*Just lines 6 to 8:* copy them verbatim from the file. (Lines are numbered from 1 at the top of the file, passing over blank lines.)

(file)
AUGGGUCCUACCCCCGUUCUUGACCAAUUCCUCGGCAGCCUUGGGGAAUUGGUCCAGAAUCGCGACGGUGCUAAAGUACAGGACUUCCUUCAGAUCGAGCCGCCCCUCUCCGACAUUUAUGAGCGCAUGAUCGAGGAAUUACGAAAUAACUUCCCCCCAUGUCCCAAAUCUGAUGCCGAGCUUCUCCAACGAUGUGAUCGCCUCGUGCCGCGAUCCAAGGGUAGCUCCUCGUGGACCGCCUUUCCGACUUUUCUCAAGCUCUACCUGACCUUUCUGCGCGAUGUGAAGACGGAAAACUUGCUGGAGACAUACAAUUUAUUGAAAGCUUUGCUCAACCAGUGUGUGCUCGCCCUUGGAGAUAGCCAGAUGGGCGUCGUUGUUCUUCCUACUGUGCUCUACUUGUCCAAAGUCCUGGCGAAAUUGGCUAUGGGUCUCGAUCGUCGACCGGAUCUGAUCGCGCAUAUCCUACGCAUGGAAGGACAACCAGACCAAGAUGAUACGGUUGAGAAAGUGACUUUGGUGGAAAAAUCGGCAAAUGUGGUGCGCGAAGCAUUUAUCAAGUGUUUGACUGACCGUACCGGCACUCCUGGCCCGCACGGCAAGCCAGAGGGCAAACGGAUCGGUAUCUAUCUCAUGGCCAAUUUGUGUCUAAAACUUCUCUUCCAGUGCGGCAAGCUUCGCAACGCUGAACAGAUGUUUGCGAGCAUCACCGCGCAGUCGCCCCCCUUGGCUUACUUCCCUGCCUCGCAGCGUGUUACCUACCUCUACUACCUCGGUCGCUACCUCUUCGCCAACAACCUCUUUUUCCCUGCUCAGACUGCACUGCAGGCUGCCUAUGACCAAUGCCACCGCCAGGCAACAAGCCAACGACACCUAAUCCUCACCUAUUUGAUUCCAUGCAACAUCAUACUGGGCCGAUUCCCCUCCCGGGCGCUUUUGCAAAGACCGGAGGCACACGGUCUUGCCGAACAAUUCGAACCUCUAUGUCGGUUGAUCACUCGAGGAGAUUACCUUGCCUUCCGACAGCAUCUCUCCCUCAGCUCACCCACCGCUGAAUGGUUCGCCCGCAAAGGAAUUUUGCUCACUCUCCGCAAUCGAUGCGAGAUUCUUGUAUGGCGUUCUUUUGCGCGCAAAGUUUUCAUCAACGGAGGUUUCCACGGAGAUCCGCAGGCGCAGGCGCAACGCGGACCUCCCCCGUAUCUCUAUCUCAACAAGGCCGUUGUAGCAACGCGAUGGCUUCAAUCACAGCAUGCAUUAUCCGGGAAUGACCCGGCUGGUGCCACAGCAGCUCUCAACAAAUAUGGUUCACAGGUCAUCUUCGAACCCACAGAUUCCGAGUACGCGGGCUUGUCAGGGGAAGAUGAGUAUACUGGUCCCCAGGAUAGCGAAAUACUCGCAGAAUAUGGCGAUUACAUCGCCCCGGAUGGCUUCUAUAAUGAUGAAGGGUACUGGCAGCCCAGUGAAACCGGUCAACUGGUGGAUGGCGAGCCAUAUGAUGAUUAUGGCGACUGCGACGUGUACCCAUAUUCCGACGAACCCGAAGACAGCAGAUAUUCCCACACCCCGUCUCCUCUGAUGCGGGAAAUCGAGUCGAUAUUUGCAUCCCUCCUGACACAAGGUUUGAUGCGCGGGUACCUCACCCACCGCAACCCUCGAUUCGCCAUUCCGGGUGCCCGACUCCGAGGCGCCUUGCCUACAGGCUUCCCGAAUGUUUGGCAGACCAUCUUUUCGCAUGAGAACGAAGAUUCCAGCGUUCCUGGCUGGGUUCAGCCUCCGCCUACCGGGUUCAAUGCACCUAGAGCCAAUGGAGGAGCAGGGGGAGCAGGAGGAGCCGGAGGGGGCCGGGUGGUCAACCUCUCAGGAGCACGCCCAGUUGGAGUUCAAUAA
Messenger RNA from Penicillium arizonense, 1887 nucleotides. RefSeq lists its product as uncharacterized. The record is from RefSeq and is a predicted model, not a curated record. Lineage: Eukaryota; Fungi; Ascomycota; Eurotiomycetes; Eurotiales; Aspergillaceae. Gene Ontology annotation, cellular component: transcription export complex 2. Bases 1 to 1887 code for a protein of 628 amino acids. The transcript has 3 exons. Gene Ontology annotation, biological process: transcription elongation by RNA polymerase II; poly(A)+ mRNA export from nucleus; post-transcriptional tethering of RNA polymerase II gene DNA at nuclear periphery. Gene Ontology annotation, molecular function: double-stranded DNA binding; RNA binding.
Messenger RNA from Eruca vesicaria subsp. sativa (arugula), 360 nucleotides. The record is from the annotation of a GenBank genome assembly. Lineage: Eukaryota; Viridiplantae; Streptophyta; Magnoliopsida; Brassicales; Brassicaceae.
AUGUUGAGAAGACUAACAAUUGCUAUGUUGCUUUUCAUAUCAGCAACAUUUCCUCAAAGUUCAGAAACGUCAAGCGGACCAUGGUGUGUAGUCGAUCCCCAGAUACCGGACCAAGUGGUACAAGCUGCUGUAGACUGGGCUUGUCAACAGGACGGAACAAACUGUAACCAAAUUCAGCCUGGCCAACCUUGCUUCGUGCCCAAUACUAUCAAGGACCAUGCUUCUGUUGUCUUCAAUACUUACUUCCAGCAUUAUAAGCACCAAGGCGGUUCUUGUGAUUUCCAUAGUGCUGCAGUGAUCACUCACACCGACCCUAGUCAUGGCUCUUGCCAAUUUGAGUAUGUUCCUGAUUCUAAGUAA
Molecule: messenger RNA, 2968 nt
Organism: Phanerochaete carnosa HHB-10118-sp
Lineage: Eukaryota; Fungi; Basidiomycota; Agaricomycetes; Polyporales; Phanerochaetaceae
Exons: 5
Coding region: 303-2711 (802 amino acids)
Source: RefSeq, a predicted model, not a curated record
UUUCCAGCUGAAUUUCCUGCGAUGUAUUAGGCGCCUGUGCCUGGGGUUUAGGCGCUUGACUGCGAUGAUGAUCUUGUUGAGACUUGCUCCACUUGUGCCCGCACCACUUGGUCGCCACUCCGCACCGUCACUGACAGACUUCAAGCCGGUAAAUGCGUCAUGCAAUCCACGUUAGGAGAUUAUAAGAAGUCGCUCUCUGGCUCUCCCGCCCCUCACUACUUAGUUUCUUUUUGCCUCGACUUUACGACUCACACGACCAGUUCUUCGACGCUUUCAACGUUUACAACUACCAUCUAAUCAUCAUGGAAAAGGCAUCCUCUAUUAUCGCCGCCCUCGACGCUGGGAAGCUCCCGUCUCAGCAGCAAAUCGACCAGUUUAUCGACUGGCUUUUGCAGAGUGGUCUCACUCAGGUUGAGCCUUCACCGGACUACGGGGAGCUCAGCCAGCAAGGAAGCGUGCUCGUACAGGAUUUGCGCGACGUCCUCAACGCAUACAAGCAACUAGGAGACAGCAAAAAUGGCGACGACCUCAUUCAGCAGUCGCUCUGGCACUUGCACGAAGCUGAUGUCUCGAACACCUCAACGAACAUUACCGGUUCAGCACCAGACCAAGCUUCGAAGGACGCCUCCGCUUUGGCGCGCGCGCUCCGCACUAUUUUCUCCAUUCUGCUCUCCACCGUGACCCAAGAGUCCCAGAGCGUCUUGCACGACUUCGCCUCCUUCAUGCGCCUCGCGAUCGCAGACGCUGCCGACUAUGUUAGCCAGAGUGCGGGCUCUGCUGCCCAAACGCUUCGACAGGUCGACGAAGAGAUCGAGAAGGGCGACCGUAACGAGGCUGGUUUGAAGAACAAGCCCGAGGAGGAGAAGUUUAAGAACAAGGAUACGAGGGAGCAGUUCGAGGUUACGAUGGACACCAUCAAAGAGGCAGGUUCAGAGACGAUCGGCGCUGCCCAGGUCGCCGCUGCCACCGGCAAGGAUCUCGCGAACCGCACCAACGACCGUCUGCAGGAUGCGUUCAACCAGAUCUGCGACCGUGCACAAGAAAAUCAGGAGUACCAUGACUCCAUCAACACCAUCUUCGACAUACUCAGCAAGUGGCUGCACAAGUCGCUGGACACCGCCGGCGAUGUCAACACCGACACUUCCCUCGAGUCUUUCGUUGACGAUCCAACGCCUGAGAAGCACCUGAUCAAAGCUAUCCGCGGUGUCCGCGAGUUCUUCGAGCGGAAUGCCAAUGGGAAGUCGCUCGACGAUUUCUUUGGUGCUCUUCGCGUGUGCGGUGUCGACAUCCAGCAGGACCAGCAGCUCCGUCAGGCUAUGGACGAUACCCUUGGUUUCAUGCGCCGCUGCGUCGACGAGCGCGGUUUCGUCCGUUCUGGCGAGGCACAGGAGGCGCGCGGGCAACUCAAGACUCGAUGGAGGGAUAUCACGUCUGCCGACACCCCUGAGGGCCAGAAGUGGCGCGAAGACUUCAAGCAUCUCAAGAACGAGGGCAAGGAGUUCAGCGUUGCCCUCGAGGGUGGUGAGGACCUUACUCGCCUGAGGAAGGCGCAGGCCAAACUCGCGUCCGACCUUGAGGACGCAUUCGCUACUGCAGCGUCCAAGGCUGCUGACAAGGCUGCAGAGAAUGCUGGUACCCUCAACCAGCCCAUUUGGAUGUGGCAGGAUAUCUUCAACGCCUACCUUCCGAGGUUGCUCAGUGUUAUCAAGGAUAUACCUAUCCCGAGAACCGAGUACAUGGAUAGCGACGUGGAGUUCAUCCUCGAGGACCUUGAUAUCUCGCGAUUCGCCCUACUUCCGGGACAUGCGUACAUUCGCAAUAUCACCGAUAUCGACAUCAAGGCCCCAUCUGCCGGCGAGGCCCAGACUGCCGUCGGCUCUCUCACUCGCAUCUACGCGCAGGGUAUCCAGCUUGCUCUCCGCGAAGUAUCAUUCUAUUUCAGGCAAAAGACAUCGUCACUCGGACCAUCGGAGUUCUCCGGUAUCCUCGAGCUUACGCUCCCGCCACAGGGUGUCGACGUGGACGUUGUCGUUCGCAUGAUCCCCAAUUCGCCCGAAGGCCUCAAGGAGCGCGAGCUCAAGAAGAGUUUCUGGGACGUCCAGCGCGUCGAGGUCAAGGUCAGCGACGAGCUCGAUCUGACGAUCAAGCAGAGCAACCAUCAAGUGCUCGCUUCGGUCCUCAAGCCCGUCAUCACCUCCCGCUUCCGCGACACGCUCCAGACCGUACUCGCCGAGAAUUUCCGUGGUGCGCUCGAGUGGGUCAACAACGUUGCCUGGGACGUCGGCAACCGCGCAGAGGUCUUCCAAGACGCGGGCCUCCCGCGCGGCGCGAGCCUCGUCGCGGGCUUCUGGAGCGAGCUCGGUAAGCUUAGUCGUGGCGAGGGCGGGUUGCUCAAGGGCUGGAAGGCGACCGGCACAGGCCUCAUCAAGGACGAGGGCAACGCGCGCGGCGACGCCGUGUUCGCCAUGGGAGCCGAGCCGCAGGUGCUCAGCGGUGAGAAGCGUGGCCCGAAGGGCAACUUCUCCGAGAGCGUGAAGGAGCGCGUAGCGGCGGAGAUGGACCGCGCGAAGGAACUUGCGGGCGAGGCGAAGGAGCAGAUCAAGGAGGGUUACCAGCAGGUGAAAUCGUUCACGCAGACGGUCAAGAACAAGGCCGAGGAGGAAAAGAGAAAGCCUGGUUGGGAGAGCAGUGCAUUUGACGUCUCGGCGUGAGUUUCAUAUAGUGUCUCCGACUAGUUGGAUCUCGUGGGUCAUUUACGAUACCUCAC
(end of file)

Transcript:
Organism: Phanerochaete carnosa HHB-10118-sp
Lineage: Eukaryota; Fungi; Basidiomycota; Agaricomycetes; Polyporales; Phanerochaetaceae
Exons: 5